I am a person who is totally blind. I use a dog guide. Wilson is a 7½ year old black lab. He can be correctly described as a seeing eye dog, as he is a graduate of that school. “Seeing eye dog” is actually not a generic term, though it is often used erroneously that way.
Service animals work helping people who live with PTSD, very low vision, blindness, very limited hearing, deafness, autism, diabetes, epilepsy, and medical support such as assisting those in wheelchairs. Service animals could be canine officers supporting police, search and rescue, and the like.
One cannot assume the dog’s role or the handler’s situation. Different training schools may also adapt different strategies for their teams, so partnerships do not look the same and persons getting a successive service animal, won’t appear to work the same as they did with a prior dog. Additional factors such as age and maturity of the partnership, personality, specific needs, and changing needs of the handler/partner are all factors.
An animal trained to serve a child or adult with diabetes will alert its handler when blood sugar is too high or low, may be trained to pull open the refrigerator door and retrieve the diabetic kit and run it to the handler, or to alert loved ones.
A dog that serves someone with autism may be offering a reassuring calmness or possibly helping a child who has a tendency to run to stay within safe boundaries. Seizure alert dogs can give an alert prior to the seizure and help position their seizing handler more safely. A hearing ear dog will get the attention of their handler when it hears the handler’s name being called, hears a doorbell at their home, or hears the baby is crying.
A service animal supporting someone using a wheelchair might help stabilize their handler in a transfer from a wheelchair to chair, bed, or toilet. The dog can use its body to help a person reposition. Such service animals can be trained to push automatic door openers, open doors, turn on or off light switches, retrieve a dropped object, even to help pull a manual wheelchair.
A service animal supporting a person with Post Traumatic Syndrome Disorder offers consistent physical presence and reassurance, even alerting the handler when the service animal notices their handler becoming anxious. Service animals, whatever their work, are highly skilled and trained, offering their handlers increased opportunities for independence and freedom.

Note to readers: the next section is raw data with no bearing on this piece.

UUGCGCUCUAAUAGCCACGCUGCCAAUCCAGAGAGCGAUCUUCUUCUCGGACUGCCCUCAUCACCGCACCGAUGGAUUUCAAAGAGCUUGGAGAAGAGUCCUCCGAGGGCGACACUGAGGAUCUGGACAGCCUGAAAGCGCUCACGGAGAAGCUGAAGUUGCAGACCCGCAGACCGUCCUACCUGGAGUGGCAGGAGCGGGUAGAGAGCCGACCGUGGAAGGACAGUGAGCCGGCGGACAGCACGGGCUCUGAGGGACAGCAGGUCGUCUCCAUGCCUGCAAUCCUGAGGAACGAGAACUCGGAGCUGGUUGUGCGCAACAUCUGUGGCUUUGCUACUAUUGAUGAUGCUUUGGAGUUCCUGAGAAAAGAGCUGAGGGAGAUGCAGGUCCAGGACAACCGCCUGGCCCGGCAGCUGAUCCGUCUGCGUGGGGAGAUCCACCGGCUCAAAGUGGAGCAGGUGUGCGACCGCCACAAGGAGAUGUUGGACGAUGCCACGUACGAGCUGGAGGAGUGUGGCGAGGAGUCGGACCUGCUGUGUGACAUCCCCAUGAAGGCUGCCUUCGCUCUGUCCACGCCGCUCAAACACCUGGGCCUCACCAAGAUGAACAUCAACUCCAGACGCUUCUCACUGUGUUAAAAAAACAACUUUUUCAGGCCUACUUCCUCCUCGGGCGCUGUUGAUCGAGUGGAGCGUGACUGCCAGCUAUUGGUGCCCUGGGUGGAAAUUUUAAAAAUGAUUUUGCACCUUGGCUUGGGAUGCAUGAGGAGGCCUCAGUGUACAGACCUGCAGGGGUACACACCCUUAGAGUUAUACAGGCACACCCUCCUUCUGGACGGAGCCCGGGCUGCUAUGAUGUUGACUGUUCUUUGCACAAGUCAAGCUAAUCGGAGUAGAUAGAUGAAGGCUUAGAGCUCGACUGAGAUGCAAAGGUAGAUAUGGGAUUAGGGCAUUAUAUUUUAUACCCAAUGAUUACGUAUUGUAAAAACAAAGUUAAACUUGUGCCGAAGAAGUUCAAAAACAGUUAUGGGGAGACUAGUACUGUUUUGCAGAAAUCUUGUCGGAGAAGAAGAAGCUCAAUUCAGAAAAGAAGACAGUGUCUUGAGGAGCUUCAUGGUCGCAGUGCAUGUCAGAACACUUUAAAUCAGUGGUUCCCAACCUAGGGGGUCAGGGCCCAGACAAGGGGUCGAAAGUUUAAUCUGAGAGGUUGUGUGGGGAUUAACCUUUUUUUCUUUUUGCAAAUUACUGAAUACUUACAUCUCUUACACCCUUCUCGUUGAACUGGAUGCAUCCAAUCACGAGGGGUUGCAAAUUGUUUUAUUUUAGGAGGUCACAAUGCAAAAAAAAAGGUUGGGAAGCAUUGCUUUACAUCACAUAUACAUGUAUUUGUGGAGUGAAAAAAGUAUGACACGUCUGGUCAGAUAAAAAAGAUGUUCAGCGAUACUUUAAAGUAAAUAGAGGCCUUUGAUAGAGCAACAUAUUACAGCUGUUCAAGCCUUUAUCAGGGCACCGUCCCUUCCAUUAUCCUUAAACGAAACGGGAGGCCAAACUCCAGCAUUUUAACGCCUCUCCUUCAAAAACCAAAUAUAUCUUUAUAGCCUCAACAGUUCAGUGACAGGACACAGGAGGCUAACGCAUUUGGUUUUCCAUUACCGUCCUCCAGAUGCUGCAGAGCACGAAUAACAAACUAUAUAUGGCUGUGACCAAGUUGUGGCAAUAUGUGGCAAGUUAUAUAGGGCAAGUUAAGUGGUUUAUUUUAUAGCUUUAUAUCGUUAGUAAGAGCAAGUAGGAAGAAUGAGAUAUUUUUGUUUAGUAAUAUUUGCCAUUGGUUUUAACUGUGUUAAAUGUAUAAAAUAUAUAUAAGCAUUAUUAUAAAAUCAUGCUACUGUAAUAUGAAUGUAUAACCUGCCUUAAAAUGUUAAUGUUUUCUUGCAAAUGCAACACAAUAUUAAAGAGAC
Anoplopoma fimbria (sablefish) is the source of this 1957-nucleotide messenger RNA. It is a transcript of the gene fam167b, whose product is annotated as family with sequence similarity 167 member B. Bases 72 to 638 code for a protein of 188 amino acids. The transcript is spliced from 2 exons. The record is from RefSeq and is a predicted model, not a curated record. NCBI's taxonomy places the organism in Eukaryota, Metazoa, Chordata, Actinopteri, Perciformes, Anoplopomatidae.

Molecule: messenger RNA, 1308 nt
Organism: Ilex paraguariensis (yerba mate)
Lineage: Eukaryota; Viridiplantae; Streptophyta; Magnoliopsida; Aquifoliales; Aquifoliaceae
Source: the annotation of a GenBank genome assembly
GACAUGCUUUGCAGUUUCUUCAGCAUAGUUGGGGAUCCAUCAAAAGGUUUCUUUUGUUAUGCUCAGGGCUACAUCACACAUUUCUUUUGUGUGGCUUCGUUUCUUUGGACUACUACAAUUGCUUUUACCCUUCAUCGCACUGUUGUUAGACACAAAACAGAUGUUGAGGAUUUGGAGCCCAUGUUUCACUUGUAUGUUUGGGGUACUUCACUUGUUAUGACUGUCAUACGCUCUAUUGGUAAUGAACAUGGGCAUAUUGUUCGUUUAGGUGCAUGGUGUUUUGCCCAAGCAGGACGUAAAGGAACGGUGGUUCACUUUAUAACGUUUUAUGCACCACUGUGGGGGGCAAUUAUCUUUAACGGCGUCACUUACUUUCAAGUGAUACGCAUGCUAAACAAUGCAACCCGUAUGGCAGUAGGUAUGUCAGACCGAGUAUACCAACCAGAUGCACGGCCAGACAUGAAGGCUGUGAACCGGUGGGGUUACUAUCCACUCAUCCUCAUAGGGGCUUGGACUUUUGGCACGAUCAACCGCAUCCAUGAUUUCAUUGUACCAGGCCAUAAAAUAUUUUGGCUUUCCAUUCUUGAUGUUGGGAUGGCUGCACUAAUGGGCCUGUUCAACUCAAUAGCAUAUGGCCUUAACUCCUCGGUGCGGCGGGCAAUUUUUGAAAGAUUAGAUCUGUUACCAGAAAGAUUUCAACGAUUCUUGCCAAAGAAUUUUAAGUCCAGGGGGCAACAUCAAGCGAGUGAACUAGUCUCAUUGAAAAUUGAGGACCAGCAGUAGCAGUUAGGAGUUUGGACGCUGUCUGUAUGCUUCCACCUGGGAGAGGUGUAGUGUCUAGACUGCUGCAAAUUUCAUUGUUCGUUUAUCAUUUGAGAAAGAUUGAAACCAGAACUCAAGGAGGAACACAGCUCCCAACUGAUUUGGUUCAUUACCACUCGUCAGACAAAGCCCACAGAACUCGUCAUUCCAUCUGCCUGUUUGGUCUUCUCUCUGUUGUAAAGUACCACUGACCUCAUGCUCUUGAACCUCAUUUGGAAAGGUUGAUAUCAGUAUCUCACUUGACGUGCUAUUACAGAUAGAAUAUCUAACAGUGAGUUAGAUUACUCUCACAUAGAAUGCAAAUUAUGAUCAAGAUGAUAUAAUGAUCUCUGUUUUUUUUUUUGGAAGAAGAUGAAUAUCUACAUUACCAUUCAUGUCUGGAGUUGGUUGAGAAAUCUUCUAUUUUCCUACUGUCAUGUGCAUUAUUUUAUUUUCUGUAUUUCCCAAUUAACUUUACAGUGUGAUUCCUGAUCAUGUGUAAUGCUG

Not petting the dog when the harness is on, not talking to it, not making eye contact, and not feeding it require lots of reminders. People still do try these things, maybe even while stating “I know I shouldn’t….”
My guide dog needed to learn to navigate elementary school hallways with 700 children, to be comfortable hanging out in a busy classroom, and to work safely outside of our classroom in spaces where I was supervising children at nutrition breaks.
While being comfortable navigating in the school, my particular guides also need to be comfortable in the sanctuary, at ease with music being played in close proximity, and be able to deal with highly emotional times. The dog needs to be comfortable visiting a variety of places, from people’s homes to hospitals and long-term care facilities. A corridor of classrooms of young children is very different from a business corridor of offices, or a hospital corridor in a secure unit of persons with high needs. It is a different world again when my service animal navigates me as a student taking courses, or leading conference or workshop events, or guiding me through errands, shopping, and appointments, in social gatherings, or when on outings with my family.
In my case, the matching process between dog and handler had lots of variables for the trainers to be aware of. The best match for me would look very different from that of another candidate. Wilson is my fifth guide dog and each dog has been very different in temperament, personality, working style, their likes, and the ways they have individually determined to communicate with me.
A consistency for me — from my first guide, a faithful boxer who led me through those first months of losing my remaining sight teaching full time and raising our young children, beginning my M.Div., through to working Wilson today — is that the working harness has become a symbol of faith, trust, independence, interdependence, and hope. It also works well in those exercises when you are asked to bring some symbol of your own faith journey, your gifts, or some strength. It’s not like I ever forget it! My service animal is an extension of me.
— Sharon Ballantyne is ministry personnel, serving a rural pastoral charge about two hours northeast of Toronto. A 2018 McGeachy Senior scholar, her work is focusing on equity. You can reach her by sharon.ballantyne [at] gmail.com (email).
Learn more about Disability Ministries in The United Church of Canada.